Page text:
Not exactly. It would be like she paid a 3rd party to eat an expensive meal in a restaurant at half price, and the restaurant gives her a voucher with her name on to eat. And that is exactly the business model of Groupon: https://www.groupon.com/

Or is it the 50% off for flight tickets that should have been a give away?
"Cheap Flights Guaranteed | 80% Off Cheapest Tickets | FlightHub.com‎", second result in google when searching for cheap flights.

Is it the booking flights on social media that should have been an obvious sign of fraud?
Facebook is putting out information to developers on how to book flights directly from their platform: https://developers.facebook.com/ads/blo ... -facebook/

Is it employee pricing on airline tickets that is an obvious fraud?
https://www.selloffvacations.com/promo/ ... ricing.asp. Oh my god, it even has a phone number to contact a faceless individual. Fraud or not? I'm actually not sure!

Or maybe you don't like wechat itself? After all, we don't use it in Canada, so it must be a fraudulent app right?
https://walkthechat.com/wechat-travel-i ... e-studies/
Multiple airlines on that list, but pay particular attention to nr 6
"Air France has been the first non-Chinese airline to reply to its customers on WeChat.
[...]
Customers can therefore send queries ranging from seat selection and ticket rebooking to reservation cancellations and excess baggage. The company will try to do it utmost to replay to demands within one hour and come up with a solution within 24 hours. In addition, the chat service is available both in Chinese and English, which is quite convenient for non-Chinese speakers."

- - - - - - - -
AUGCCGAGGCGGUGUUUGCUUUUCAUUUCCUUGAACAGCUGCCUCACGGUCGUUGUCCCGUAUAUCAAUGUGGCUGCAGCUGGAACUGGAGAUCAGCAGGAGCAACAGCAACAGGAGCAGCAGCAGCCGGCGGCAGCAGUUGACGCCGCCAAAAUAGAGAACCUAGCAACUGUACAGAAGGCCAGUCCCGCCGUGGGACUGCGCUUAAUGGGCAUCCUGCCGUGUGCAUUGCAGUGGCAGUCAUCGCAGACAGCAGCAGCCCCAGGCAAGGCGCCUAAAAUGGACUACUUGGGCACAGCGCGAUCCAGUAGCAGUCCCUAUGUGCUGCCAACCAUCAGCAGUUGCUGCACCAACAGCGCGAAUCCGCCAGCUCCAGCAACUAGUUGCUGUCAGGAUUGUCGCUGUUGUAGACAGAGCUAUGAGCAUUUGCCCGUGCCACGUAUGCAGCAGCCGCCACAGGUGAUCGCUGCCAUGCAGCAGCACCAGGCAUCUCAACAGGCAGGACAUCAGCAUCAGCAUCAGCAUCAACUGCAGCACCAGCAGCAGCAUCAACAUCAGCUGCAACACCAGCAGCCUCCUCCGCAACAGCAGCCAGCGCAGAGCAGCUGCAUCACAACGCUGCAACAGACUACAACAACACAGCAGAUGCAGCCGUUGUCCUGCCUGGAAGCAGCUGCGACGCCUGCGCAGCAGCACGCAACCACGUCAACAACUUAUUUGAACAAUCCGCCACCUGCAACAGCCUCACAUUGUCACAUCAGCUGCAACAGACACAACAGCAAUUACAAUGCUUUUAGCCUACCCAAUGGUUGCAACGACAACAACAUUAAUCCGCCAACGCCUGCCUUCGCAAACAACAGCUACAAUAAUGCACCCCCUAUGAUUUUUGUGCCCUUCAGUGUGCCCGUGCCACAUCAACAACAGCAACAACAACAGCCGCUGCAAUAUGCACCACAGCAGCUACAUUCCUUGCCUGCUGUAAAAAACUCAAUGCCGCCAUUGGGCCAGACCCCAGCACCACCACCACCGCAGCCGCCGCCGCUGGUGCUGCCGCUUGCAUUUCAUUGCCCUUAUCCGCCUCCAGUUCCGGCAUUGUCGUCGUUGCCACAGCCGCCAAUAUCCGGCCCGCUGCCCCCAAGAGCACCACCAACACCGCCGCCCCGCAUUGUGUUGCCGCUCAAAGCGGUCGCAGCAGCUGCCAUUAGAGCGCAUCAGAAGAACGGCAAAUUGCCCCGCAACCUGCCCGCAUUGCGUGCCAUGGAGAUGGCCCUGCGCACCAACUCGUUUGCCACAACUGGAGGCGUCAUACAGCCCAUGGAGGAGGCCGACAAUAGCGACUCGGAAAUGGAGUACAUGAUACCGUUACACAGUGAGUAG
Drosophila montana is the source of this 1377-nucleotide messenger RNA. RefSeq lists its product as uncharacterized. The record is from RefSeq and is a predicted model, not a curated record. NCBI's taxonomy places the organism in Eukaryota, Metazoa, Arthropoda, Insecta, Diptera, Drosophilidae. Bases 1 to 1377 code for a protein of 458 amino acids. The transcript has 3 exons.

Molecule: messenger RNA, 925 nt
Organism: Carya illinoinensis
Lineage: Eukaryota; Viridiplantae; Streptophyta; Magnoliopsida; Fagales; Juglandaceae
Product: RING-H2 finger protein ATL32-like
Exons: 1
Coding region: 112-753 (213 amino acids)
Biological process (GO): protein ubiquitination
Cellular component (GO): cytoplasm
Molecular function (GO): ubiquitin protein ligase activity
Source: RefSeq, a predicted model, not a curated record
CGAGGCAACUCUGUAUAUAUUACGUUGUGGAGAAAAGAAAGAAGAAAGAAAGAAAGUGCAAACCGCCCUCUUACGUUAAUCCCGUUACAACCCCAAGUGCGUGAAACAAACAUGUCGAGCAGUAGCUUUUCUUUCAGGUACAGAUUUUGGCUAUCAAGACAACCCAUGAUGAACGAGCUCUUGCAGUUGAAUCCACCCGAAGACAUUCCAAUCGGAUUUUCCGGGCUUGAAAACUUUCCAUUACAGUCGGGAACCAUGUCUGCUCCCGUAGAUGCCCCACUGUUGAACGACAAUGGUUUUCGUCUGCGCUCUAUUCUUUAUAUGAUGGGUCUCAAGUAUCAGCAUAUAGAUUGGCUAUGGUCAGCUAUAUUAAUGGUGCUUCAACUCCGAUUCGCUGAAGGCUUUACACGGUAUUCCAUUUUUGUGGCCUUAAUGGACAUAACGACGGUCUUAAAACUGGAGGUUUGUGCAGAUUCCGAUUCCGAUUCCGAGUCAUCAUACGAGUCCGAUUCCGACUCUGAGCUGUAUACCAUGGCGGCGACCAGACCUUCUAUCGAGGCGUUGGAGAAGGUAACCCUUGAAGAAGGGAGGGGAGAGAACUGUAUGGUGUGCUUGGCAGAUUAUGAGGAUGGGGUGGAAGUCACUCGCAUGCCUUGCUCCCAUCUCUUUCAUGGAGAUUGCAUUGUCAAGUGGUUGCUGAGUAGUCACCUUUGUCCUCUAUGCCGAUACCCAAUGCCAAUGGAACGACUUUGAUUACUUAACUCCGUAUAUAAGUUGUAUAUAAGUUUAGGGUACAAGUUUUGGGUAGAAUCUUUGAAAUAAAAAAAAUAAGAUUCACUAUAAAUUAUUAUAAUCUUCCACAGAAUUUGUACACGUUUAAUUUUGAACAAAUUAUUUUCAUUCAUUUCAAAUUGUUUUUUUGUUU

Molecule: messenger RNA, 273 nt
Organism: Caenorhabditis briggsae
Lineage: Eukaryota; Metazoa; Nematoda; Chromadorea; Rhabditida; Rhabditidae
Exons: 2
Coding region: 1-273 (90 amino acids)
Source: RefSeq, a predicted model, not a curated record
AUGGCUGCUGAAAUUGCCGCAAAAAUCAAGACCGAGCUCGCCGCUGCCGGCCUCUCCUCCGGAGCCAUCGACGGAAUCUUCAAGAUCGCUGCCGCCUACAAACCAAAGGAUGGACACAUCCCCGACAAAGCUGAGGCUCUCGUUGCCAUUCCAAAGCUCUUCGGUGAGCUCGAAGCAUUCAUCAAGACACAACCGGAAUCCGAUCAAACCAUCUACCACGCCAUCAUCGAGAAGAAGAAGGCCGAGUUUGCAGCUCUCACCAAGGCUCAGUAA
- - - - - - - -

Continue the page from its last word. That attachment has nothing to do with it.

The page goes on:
So tell me again, which part of the transaction the lady did should have been a dead giveaway?


altiplano wrote:
Wed Jun 05, 2019 9:25 pm
Ignorance isn't a defense.
Actually, that is exactly what it boils down to. I don't know who has the burden of proof in Canada for this (or even if the Canadian law is applicable), but if it can be proven she didn't know it was fraud, she can't be on the hook for the tickets already used.




Technology evolves. You can't blame someone for trying out new technologies, which are being used and promoted by airlines and similar companies. Especially not after having had succesfull results for a bloody year and a half!
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Re: CBC News story / no-fly ban

Post by pianokeys » Thu Jun 06, 2019 7:42 am

digits_ wrote:
Thu Jun 06, 2019 4:37 am

So tell me again, which part of the transaction the lady did should have been a dead giveaway?
Every link you provided are known, trusted, legitimate, and researchable companies. Except number 8 in that WeChat link you sent, I wouldnt trust that, seems fishy.

I think youre grasping for straws here, suggesting someone should steer clear of Sell Of Vacations because it has a "employee pricing event" because of an argument I made is pretty dumb. I, and most of the public, know who they are and can easily research them to ensure validity. But some idiot claiming hot flash sales or whatever at 50% off who has zero credibility, zero researchability, and zero legitimacy is not a good idea. Thats the whole point of my argument, do your research, dont get hosed, look things up, check things out. Seems like you, yourself, could fall for a trap like she did with your logic.
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Re: CBC News story / no-fly ban

Post by digits_ » Thu Jun 06, 2019 8:01 am

pianokeys wrote:
Thu Jun 06, 2019 7:42 am

Every link you provided are known, trusted, legitimate, and researchable companies. Except number 8 in that WeChat link you sent, I wouldnt trust that, seems fishy.
First of all, thank you for actually looking at the links I posted (no sarcasm)!

It doesn't matter if you would trust it, the question is, is it reasonable for someone else to trust it?

We have an app that is actively being used by airlines to get bookings (wechat). We then have a user on that app that claims to be an air canada employee and give 50% discounts. Customer buys something and gets a ticket. How is she to know that this is a fraudlent transaction?